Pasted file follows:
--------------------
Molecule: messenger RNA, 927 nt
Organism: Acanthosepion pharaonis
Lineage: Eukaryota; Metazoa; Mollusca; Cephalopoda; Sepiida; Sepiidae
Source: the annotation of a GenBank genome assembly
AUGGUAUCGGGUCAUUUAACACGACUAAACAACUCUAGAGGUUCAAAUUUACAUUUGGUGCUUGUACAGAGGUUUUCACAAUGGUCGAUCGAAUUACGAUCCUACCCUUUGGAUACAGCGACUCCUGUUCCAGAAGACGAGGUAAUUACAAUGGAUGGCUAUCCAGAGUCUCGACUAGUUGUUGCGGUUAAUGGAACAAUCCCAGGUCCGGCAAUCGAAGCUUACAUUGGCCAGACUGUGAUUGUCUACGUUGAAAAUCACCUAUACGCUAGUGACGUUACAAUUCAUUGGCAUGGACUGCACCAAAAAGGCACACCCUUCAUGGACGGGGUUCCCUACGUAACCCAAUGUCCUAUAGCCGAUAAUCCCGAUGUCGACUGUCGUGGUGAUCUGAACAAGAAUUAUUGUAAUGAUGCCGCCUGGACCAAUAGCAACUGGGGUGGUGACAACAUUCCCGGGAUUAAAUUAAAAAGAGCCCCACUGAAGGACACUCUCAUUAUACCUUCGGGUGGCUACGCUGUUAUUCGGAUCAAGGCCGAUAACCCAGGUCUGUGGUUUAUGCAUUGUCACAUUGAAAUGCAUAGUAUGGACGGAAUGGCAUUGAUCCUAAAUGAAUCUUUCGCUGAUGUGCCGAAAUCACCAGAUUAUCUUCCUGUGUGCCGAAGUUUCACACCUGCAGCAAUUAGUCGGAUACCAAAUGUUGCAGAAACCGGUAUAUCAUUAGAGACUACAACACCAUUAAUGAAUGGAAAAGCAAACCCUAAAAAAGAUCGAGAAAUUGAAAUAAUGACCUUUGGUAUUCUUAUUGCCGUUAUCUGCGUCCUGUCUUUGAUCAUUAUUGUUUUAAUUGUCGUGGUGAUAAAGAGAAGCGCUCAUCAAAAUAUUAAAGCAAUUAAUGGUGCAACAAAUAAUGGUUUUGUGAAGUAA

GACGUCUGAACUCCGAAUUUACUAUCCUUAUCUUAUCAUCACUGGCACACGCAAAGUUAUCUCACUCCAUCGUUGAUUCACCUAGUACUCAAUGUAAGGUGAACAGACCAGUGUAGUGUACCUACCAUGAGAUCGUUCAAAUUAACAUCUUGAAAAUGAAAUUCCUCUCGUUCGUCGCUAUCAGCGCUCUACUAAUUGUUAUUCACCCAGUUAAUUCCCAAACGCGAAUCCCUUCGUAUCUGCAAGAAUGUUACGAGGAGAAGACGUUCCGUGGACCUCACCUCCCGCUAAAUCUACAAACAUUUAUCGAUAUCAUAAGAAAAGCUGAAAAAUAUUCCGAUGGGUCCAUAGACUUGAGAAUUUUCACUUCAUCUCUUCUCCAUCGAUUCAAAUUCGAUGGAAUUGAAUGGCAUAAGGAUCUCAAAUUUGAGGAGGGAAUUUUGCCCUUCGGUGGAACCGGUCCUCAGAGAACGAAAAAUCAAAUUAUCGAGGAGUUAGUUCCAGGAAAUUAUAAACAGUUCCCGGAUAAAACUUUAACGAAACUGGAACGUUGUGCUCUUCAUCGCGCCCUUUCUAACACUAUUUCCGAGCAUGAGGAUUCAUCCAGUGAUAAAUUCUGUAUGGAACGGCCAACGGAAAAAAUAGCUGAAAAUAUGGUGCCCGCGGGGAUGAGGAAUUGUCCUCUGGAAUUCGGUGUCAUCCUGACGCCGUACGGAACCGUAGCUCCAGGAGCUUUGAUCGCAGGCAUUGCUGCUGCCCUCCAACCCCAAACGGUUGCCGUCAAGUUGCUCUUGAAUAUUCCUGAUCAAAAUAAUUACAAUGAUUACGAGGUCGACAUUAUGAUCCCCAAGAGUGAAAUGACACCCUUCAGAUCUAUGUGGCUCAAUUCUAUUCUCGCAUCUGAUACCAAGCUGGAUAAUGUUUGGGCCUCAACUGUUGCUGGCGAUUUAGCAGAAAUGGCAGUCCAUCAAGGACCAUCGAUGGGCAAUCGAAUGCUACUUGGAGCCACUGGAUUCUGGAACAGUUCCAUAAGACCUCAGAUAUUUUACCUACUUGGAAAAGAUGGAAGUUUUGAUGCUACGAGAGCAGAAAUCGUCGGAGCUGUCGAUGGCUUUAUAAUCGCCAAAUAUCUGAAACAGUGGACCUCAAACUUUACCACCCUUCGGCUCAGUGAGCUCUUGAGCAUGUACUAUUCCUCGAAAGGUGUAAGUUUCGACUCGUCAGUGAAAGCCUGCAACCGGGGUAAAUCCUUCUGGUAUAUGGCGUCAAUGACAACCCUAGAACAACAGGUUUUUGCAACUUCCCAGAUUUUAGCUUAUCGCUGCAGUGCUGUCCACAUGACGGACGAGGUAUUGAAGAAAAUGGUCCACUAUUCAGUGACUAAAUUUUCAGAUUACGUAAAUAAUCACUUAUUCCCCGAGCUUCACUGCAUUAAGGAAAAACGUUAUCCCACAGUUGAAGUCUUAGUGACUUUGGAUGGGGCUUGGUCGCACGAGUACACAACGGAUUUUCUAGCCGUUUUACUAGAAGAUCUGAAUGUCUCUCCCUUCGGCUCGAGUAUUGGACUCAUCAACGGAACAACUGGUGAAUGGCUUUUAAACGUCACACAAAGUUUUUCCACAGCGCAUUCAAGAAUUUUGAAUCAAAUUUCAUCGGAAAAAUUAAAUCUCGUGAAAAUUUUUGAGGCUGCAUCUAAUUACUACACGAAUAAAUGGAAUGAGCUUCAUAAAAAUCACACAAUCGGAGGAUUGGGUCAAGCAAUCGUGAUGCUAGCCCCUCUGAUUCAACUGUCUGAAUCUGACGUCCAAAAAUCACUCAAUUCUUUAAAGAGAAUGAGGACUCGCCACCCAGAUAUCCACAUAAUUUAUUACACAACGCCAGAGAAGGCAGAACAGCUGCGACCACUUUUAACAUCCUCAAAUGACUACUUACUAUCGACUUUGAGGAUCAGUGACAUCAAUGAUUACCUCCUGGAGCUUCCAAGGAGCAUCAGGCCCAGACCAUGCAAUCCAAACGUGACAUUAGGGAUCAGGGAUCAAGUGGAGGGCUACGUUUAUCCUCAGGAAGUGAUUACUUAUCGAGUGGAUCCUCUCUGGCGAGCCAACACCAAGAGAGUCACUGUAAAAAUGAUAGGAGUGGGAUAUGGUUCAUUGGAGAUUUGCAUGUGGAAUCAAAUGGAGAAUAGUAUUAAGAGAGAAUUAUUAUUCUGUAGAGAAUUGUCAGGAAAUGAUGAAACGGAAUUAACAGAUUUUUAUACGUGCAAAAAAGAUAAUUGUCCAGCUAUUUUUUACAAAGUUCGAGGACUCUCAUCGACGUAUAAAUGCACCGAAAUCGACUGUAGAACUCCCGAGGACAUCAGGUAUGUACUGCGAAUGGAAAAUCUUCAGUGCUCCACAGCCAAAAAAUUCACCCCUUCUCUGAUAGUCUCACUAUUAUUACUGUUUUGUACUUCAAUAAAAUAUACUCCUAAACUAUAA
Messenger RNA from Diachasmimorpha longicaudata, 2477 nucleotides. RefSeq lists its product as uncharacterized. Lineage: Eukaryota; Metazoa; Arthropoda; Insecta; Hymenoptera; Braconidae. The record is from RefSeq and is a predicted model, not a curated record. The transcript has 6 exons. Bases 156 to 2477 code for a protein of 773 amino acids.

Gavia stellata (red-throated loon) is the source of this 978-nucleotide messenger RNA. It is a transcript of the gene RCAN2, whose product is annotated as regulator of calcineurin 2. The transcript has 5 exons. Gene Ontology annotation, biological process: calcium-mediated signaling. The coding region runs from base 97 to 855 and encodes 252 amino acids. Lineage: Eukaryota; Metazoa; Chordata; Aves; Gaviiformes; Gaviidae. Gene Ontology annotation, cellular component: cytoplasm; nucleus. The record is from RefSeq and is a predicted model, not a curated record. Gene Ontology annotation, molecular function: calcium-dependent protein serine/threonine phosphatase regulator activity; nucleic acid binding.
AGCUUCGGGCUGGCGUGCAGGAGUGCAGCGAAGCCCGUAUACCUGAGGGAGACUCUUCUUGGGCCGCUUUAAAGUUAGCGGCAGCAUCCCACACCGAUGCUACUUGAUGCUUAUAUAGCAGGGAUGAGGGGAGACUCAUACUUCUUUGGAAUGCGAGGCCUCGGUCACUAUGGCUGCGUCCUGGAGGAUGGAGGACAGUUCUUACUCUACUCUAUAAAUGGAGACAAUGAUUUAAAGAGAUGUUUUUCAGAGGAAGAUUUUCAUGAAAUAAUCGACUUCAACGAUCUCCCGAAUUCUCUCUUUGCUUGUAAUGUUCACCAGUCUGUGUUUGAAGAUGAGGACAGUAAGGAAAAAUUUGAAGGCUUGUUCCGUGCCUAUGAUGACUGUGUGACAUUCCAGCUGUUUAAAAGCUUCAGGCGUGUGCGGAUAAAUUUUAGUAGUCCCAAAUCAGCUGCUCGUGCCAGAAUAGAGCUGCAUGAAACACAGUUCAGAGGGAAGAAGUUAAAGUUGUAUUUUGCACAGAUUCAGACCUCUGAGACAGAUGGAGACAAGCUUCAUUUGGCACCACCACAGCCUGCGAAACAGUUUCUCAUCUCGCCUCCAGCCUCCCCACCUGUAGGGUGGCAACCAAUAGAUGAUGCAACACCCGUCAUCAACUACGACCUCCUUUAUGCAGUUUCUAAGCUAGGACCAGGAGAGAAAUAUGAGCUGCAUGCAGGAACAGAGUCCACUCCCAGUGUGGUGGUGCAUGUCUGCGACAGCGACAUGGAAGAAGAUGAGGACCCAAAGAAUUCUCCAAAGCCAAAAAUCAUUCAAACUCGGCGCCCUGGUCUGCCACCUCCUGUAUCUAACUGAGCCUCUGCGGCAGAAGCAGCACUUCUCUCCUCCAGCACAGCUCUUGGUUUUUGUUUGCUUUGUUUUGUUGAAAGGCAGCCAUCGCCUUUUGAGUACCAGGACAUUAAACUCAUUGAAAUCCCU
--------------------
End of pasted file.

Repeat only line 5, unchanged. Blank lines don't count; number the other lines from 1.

AUGGUAUCGGGUCAUUUAACACGACUAAACAACUCUAGAGGUUCAAAUUUACAUUUGGUGCUUGUACAGAGGUUUUCACAAUGGUCGAUCGAAUUACGAUCCUACCCUUUGGAUACAGCGACUCCUGUUCCAGAAGACGAGGUAAUUACAAUGGAUGGCUAUCCAGAGUCUCGACUAGUUGUUGCGGUUAAUGGAACAAUCCCAGGUCCGGCAAUCGAAGCUUACAUUGGCCAGACUGUGAUUGUCUACGUUGAAAAUCACCUAUACGCUAGUGACGUUACAAUUCAUUGGCAUGGACUGCACCAAAAAGGCACACCCUUCAUGGACGGGGUUCCCUACGUAACCCAAUGUCCUAUAGCCGAUAAUCCCGAUGUCGACUGUCGUGGUGAUCUGAACAAGAAUUAUUGUAAUGAUGCCGCCUGGACCAAUAGCAACUGGGGUGGUGACAACAUUCCCGGGAUUAAAUUAAAAAGAGCCCCACUGAAGGACACUCUCAUUAUACCUUCGGGUGGCUACGCUGUUAUUCGGAUCAAGGCCGAUAACCCAGGUCUGUGGUUUAUGCAUUGUCACAUUGAAAUGCAUAGUAUGGACGGAAUGGCAUUGAUCCUAAAUGAAUCUUUCGCUGAUGUGCCGAAAUCACCAGAUUAUCUUCCUGUGUGCCGAAGUUUCACACCUGCAGCAAUUAGUCGGAUACCAAAUGUUGCAGAAACCGGUAUAUCAUUAGAGACUACAACACCAUUAAUGAAUGGAAAAGCAAACCCUAAAAAAGAUCGAGAAAUUGAAAUAAUGACCUUUGGUAUUCUUAUUGCCGUUAUCUGCGUCCUGUCUUUGAUCAUUAUUGUUUUAAUUGUCGUGGUGAUAAAGAGAAGCGCUCAUCAAAAUAUUAAAGCAAUUAAUGGUGCAACAAAUAAUGGUUUUGUGAAGUAA